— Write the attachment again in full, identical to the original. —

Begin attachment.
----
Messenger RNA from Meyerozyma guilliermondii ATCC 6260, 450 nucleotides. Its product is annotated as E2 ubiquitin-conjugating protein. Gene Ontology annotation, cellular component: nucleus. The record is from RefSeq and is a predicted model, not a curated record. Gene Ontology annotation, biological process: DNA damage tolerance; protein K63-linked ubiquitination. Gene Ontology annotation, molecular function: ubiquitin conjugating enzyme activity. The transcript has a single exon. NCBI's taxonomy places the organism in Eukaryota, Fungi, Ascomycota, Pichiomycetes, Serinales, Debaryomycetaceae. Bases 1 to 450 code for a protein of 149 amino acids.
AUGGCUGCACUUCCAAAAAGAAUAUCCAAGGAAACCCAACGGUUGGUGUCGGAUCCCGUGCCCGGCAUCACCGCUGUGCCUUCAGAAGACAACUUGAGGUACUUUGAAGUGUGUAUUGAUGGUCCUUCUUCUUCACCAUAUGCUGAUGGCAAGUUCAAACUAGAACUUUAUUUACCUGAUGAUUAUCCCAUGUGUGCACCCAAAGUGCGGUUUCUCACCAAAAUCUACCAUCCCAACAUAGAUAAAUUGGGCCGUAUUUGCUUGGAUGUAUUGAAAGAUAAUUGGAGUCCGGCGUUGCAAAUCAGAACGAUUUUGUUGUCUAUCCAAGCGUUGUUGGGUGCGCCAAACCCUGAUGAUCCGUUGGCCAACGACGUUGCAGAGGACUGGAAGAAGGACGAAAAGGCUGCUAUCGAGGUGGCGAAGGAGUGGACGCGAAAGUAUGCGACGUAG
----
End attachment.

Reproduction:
Messenger RNA from Meyerozyma guilliermondii ATCC 6260, 450 nucleotides. Its product is annotated as E2 ubiquitin-conjugating protein. Gene Ontology annotation, cellular component: nucleus. The record is from RefSeq and is a predicted model, not a curated record. Gene Ontology annotation, biological process: DNA damage tolerance; protein K63-linked ubiquitination. Gene Ontology annotation, molecular function: ubiquitin conjugating enzyme activity. The transcript has a single exon. NCBI's taxonomy places the organism in Eukaryota, Fungi, Ascomycota, Pichiomycetes, Serinales, Debaryomycetaceae. Bases 1 to 450 code for a protein of 149 amino acids.
AUGGCUGCACUUCCAAAAAGAAUAUCCAAGGAAACCCAACGGUUGGUGUCGGAUCCCGUGCCCGGCAUCACCGCUGUGCCUUCAGAAGACAACUUGAGGUACUUUGAAGUGUGUAUUGAUGGUCCUUCUUCUUCACCAUAUGCUGAUGGCAAGUUCAAACUAGAACUUUAUUUACCUGAUGAUUAUCCCAUGUGUGCACCCAAAGUGCGGUUUCUCACCAAAAUCUACCAUCCCAACAUAGAUAAAUUGGGCCGUAUUUGCUUGGAUGUAUUGAAAGAUAAUUGGAGUCCGGCGUUGCAAAUCAGAACGAUUUUGUUGUCUAUCCAAGCGUUGUUGGGUGCGCCAAACCCUGAUGAUCCGUUGGCCAACGACGUUGCAGAGGACUGGAAGAAGGACGAAAAGGCUGCUAUCGAGGUGGCGAAGGAGUGGACGCGAAAGUAUGCGACGUAG